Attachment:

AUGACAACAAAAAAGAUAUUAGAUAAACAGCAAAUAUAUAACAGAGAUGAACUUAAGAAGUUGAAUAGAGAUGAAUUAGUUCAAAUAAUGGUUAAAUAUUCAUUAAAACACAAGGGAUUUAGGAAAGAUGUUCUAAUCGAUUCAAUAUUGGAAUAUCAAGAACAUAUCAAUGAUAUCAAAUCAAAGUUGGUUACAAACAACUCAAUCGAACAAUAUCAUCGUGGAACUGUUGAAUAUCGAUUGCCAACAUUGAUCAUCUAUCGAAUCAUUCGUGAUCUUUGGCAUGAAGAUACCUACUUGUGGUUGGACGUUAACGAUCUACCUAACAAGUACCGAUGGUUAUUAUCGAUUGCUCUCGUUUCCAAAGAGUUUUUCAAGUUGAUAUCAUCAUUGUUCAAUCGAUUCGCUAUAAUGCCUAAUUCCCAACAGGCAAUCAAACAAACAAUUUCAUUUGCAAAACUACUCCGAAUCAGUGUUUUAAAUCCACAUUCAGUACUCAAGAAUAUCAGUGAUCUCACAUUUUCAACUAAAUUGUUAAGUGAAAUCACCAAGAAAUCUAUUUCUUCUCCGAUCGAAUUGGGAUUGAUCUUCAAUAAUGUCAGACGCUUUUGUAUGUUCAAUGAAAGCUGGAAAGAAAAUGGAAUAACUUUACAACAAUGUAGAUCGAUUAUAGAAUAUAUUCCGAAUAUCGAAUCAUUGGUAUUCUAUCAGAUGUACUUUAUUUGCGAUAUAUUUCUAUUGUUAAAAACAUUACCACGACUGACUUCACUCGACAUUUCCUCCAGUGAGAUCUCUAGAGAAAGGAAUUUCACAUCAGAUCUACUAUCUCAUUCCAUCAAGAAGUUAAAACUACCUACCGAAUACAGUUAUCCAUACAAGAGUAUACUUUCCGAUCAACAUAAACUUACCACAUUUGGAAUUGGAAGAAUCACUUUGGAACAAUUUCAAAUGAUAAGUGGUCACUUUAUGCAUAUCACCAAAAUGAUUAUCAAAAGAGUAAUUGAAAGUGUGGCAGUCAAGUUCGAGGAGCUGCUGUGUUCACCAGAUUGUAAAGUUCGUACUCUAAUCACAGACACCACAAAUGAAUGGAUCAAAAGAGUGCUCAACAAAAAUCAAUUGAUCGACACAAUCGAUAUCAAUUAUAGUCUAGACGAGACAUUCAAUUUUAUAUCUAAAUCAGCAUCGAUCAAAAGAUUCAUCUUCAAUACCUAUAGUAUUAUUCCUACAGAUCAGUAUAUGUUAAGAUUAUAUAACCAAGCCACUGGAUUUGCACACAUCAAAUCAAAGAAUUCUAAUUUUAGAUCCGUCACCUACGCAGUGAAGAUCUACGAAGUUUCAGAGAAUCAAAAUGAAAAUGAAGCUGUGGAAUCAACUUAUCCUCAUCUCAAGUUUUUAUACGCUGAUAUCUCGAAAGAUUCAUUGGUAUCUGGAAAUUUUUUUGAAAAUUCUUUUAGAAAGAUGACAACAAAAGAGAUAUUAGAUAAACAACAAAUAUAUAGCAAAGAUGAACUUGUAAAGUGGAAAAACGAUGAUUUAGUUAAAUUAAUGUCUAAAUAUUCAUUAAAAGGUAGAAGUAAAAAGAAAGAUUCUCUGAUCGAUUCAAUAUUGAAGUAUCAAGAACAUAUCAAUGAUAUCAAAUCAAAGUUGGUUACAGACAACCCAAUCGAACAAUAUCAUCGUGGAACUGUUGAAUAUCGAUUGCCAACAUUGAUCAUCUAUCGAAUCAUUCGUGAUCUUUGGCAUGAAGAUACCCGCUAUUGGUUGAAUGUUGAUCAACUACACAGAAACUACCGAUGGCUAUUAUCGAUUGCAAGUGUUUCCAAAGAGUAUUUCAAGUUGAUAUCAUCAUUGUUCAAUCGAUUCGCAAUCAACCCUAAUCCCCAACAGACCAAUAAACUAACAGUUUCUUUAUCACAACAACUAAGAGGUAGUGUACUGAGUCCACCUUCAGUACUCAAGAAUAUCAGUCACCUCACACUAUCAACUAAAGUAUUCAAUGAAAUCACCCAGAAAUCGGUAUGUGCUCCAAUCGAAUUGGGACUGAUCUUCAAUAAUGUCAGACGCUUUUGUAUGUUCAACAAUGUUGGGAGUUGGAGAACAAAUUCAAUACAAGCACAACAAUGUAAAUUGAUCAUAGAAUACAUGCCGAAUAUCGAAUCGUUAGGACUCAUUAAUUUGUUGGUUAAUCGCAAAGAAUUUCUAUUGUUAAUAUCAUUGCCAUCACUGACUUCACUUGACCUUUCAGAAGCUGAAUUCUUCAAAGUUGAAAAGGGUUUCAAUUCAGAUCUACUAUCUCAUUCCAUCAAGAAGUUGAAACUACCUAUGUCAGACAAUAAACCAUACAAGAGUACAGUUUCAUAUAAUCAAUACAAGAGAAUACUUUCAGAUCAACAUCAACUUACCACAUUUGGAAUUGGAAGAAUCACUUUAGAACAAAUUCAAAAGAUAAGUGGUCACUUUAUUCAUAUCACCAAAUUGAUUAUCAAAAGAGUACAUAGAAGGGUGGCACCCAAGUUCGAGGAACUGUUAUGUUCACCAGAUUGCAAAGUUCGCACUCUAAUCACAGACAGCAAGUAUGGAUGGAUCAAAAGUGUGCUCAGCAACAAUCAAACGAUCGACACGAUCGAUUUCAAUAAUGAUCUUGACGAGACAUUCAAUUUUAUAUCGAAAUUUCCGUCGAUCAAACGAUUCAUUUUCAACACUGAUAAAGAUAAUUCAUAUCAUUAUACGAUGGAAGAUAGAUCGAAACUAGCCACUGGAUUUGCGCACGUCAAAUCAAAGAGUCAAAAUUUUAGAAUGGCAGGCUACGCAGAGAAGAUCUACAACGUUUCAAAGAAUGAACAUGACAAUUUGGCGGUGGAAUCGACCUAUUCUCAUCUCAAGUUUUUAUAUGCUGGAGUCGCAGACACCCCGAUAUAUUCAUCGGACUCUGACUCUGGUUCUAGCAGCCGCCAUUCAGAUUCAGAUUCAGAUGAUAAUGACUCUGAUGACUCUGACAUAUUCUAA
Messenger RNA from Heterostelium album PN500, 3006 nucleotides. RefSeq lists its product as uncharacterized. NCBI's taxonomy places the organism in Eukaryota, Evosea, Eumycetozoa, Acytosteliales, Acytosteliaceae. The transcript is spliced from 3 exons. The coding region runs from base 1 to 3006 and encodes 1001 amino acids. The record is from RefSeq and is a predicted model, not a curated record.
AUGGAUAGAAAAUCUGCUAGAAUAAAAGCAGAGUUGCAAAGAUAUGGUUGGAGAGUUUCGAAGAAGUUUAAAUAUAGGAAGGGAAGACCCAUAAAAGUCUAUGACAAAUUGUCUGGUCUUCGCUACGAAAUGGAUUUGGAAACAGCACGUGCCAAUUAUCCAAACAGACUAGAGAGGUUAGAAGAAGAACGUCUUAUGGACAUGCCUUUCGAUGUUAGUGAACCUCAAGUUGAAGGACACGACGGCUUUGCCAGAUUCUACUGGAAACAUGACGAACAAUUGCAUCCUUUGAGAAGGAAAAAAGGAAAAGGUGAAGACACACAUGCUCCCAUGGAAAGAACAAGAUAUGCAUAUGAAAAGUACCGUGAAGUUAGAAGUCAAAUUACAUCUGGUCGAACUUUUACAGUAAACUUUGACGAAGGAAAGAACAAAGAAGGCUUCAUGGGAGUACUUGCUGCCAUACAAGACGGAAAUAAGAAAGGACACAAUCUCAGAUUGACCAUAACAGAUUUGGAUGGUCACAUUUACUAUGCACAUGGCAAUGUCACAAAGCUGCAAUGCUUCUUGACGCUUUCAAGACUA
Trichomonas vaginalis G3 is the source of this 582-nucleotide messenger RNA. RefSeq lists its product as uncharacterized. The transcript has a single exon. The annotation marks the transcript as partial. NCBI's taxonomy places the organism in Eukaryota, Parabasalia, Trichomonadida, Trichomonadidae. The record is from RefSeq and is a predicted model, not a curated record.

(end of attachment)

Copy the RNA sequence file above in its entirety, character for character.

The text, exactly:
AUGACAACAAAAAAGAUAUUAGAUAAACAGCAAAUAUAUAACAGAGAUGAACUUAAGAAGUUGAAUAGAGAUGAAUUAGUUCAAAUAAUGGUUAAAUAUUCAUUAAAACACAAGGGAUUUAGGAAAGAUGUUCUAAUCGAUUCAAUAUUGGAAUAUCAAGAACAUAUCAAUGAUAUCAAAUCAAAGUUGGUUACAAACAACUCAAUCGAACAAUAUCAUCGUGGAACUGUUGAAUAUCGAUUGCCAACAUUGAUCAUCUAUCGAAUCAUUCGUGAUCUUUGGCAUGAAGAUACCUACUUGUGGUUGGACGUUAACGAUCUACCUAACAAGUACCGAUGGUUAUUAUCGAUUGCUCUCGUUUCCAAAGAGUUUUUCAAGUUGAUAUCAUCAUUGUUCAAUCGAUUCGCUAUAAUGCCUAAUUCCCAACAGGCAAUCAAACAAACAAUUUCAUUUGCAAAACUACUCCGAAUCAGUGUUUUAAAUCCACAUUCAGUACUCAAGAAUAUCAGUGAUCUCACAUUUUCAACUAAAUUGUUAAGUGAAAUCACCAAGAAAUCUAUUUCUUCUCCGAUCGAAUUGGGAUUGAUCUUCAAUAAUGUCAGACGCUUUUGUAUGUUCAAUGAAAGCUGGAAAGAAAAUGGAAUAACUUUACAACAAUGUAGAUCGAUUAUAGAAUAUAUUCCGAAUAUCGAAUCAUUGGUAUUCUAUCAGAUGUACUUUAUUUGCGAUAUAUUUCUAUUGUUAAAAACAUUACCACGACUGACUUCACUCGACAUUUCCUCCAGUGAGAUCUCUAGAGAAAGGAAUUUCACAUCAGAUCUACUAUCUCAUUCCAUCAAGAAGUUAAAACUACCUACCGAAUACAGUUAUCCAUACAAGAGUAUACUUUCCGAUCAACAUAAACUUACCACAUUUGGAAUUGGAAGAAUCACUUUGGAACAAUUUCAAAUGAUAAGUGGUCACUUUAUGCAUAUCACCAAAAUGAUUAUCAAAAGAGUAAUUGAAAGUGUGGCAGUCAAGUUCGAGGAGCUGCUGUGUUCACCAGAUUGUAAAGUUCGUACUCUAAUCACAGACACCACAAAUGAAUGGAUCAAAAGAGUGCUCAACAAAAAUCAAUUGAUCGACACAAUCGAUAUCAAUUAUAGUCUAGACGAGACAUUCAAUUUUAUAUCUAAAUCAGCAUCGAUCAAAAGAUUCAUCUUCAAUACCUAUAGUAUUAUUCCUACAGAUCAGUAUAUGUUAAGAUUAUAUAACCAAGCCACUGGAUUUGCACACAUCAAAUCAAAGAAUUCUAAUUUUAGAUCCGUCACCUACGCAGUGAAGAUCUACGAAGUUUCAGAGAAUCAAAAUGAAAAUGAAGCUGUGGAAUCAACUUAUCCUCAUCUCAAGUUUUUAUACGCUGAUAUCUCGAAAGAUUCAUUGGUAUCUGGAAAUUUUUUUGAAAAUUCUUUUAGAAAGAUGACAACAAAAGAGAUAUUAGAUAAACAACAAAUAUAUAGCAAAGAUGAACUUGUAAAGUGGAAAAACGAUGAUUUAGUUAAAUUAAUGUCUAAAUAUUCAUUAAAAGGUAGAAGUAAAAAGAAAGAUUCUCUGAUCGAUUCAAUAUUGAAGUAUCAAGAACAUAUCAAUGAUAUCAAAUCAAAGUUGGUUACAGACAACCCAAUCGAACAAUAUCAUCGUGGAACUGUUGAAUAUCGAUUGCCAACAUUGAUCAUCUAUCGAAUCAUUCGUGAUCUUUGGCAUGAAGAUACCCGCUAUUGGUUGAAUGUUGAUCAACUACACAGAAACUACCGAUGGCUAUUAUCGAUUGCAAGUGUUUCCAAAGAGUAUUUCAAGUUGAUAUCAUCAUUGUUCAAUCGAUUCGCAAUCAACCCUAAUCCCCAACAGACCAAUAAACUAACAGUUUCUUUAUCACAACAACUAAGAGGUAGUGUACUGAGUCCACCUUCAGUACUCAAGAAUAUCAGUCACCUCACACUAUCAACUAAAGUAUUCAAUGAAAUCACCCAGAAAUCGGUAUGUGCUCCAAUCGAAUUGGGACUGAUCUUCAAUAAUGUCAGACGCUUUUGUAUGUUCAACAAUGUUGGGAGUUGGAGAACAAAUUCAAUACAAGCACAACAAUGUAAAUUGAUCAUAGAAUACAUGCCGAAUAUCGAAUCGUUAGGACUCAUUAAUUUGUUGGUUAAUCGCAAAGAAUUUCUAUUGUUAAUAUCAUUGCCAUCACUGACUUCACUUGACCUUUCAGAAGCUGAAUUCUUCAAAGUUGAAAAGGGUUUCAAUUCAGAUCUACUAUCUCAUUCCAUCAAGAAGUUGAAACUACCUAUGUCAGACAAUAAACCAUACAAGAGUACAGUUUCAUAUAAUCAAUACAAGAGAAUACUUUCAGAUCAACAUCAACUUACCACAUUUGGAAUUGGAAGAAUCACUUUAGAACAAAUUCAAAAGAUAAGUGGUCACUUUAUUCAUAUCACCAAAUUGAUUAUCAAAAGAGUACAUAGAAGGGUGGCACCCAAGUUCGAGGAACUGUUAUGUUCACCAGAUUGCAAAGUUCGCACUCUAAUCACAGACAGCAAGUAUGGAUGGAUCAAAAGUGUGCUCAGCAACAAUCAAACGAUCGACACGAUCGAUUUCAAUAAUGAUCUUGACGAGACAUUCAAUUUUAUAUCGAAAUUUCCGUCGAUCAAACGAUUCAUUUUCAACACUGAUAAAGAUAAUUCAUAUCAUUAUACGAUGGAAGAUAGAUCGAAACUAGCCACUGGAUUUGCGCACGUCAAAUCAAAGAGUCAAAAUUUUAGAAUGGCAGGCUACGCAGAGAAGAUCUACAACGUUUCAAAGAAUGAACAUGACAAUUUGGCGGUGGAAUCGACCUAUUCUCAUCUCAAGUUUUUAUAUGCUGGAGUCGCAGACACCCCGAUAUAUUCAUCGGACUCUGACUCUGGUUCUAGCAGCCGCCAUUCAGAUUCAGAUUCAGAUGAUAAUGACUCUGAUGACUCUGACAUAUUCUAA
Messenger RNA from Heterostelium album PN500, 3006 nucleotides. RefSeq lists its product as uncharacterized. NCBI's taxonomy places the organism in Eukaryota, Evosea, Eumycetozoa, Acytosteliales, Acytosteliaceae. The transcript is spliced from 3 exons. The coding region runs from base 1 to 3006 and encodes 1001 amino acids. The record is from RefSeq and is a predicted model, not a curated record.
AUGGAUAGAAAAUCUGCUAGAAUAAAAGCAGAGUUGCAAAGAUAUGGUUGGAGAGUUUCGAAGAAGUUUAAAUAUAGGAAGGGAAGACCCAUAAAAGUCUAUGACAAAUUGUCUGGUCUUCGCUACGAAAUGGAUUUGGAAACAGCACGUGCCAAUUAUCCAAACAGACUAGAGAGGUUAGAAGAAGAACGUCUUAUGGACAUGCCUUUCGAUGUUAGUGAACCUCAAGUUGAAGGACACGACGGCUUUGCCAGAUUCUACUGGAAACAUGACGAACAAUUGCAUCCUUUGAGAAGGAAAAAAGGAAAAGGUGAAGACACACAUGCUCCCAUGGAAAGAACAAGAUAUGCAUAUGAAAAGUACCGUGAAGUUAGAAGUCAAAUUACAUCUGGUCGAACUUUUACAGUAAACUUUGACGAAGGAAAGAACAAAGAAGGCUUCAUGGGAGUACUUGCUGCCAUACAAGACGGAAAUAAGAAAGGACACAAUCUCAGAUUGACCAUAACAGAUUUGGAUGGUCACAUUUACUAUGCACAUGGCAAUGUCACAAAGCUGCAAUGCUUCUUGACGCUUUCAAGACUA
Trichomonas vaginalis G3 is the source of this 582-nucleotide messenger RNA. RefSeq lists its product as uncharacterized. The transcript has a single exon. The annotation marks the transcript as partial. NCBI's taxonomy places the organism in Eukaryota, Parabasalia, Trichomonadida, Trichomonadidae. The record is from RefSeq and is a predicted model, not a curated record.